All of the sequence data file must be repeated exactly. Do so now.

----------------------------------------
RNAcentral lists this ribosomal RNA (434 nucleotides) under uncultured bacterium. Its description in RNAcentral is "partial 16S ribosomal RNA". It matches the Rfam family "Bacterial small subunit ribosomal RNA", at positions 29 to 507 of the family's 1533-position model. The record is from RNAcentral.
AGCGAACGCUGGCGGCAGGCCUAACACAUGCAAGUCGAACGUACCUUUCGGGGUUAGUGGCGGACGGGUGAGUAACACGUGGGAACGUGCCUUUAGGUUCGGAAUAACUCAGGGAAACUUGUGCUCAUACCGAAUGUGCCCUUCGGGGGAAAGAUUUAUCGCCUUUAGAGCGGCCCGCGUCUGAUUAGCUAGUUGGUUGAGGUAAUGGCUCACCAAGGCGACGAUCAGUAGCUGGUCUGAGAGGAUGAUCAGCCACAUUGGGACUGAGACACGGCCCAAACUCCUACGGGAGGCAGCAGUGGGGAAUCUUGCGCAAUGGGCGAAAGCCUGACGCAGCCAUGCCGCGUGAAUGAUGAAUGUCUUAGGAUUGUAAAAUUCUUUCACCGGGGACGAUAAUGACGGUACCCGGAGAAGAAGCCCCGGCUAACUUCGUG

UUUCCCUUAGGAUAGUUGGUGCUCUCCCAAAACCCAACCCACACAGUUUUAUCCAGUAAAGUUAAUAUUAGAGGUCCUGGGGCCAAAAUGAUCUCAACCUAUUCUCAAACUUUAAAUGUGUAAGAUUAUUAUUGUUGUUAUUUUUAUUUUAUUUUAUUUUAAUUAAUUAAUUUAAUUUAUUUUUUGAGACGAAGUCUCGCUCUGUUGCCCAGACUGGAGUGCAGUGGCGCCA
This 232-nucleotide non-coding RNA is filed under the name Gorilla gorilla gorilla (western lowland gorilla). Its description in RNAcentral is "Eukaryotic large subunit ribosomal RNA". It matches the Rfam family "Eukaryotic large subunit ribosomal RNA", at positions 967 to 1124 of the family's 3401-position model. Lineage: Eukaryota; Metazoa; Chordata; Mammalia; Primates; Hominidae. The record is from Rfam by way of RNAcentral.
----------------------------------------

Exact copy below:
RNAcentral lists this ribosomal RNA (434 nucleotides) under uncultured bacterium. Its description in RNAcentral is "partial 16S ribosomal RNA". It matches the Rfam family "Bacterial small subunit ribosomal RNA", at positions 29 to 507 of the family's 1533-position model. The record is from RNAcentral.
AGCGAACGCUGGCGGCAGGCCUAACACAUGCAAGUCGAACGUACCUUUCGGGGUUAGUGGCGGACGGGUGAGUAACACGUGGGAACGUGCCUUUAGGUUCGGAAUAACUCAGGGAAACUUGUGCUCAUACCGAAUGUGCCCUUCGGGGGAAAGAUUUAUCGCCUUUAGAGCGGCCCGCGUCUGAUUAGCUAGUUGGUUGAGGUAAUGGCUCACCAAGGCGACGAUCAGUAGCUGGUCUGAGAGGAUGAUCAGCCACAUUGGGACUGAGACACGGCCCAAACUCCUACGGGAGGCAGCAGUGGGGAAUCUUGCGCAAUGGGCGAAAGCCUGACGCAGCCAUGCCGCGUGAAUGAUGAAUGUCUUAGGAUUGUAAAAUUCUUUCACCGGGGACGAUAAUGACGGUACCCGGAGAAGAAGCCCCGGCUAACUUCGUG

UUUCCCUUAGGAUAGUUGGUGCUCUCCCAAAACCCAACCCACACAGUUUUAUCCAGUAAAGUUAAUAUUAGAGGUCCUGGGGCCAAAAUGAUCUCAACCUAUUCUCAAACUUUAAAUGUGUAAGAUUAUUAUUGUUGUUAUUUUUAUUUUAUUUUAUUUUAAUUAAUUAAUUUAAUUUAUUUUUUGAGACGAAGUCUCGCUCUGUUGCCCAGACUGGAGUGCAGUGGCGCCA
This 232-nucleotide non-coding RNA is filed under the name Gorilla gorilla gorilla (western lowland gorilla). Its description in RNAcentral is "Eukaryotic large subunit ribosomal RNA". It matches the Rfam family "Eukaryotic large subunit ribosomal RNA", at positions 967 to 1124 of the family's 3401-position model. Lineage: Eukaryota; Metazoa; Chordata; Mammalia; Primates; Hominidae. The record is from Rfam by way of RNAcentral.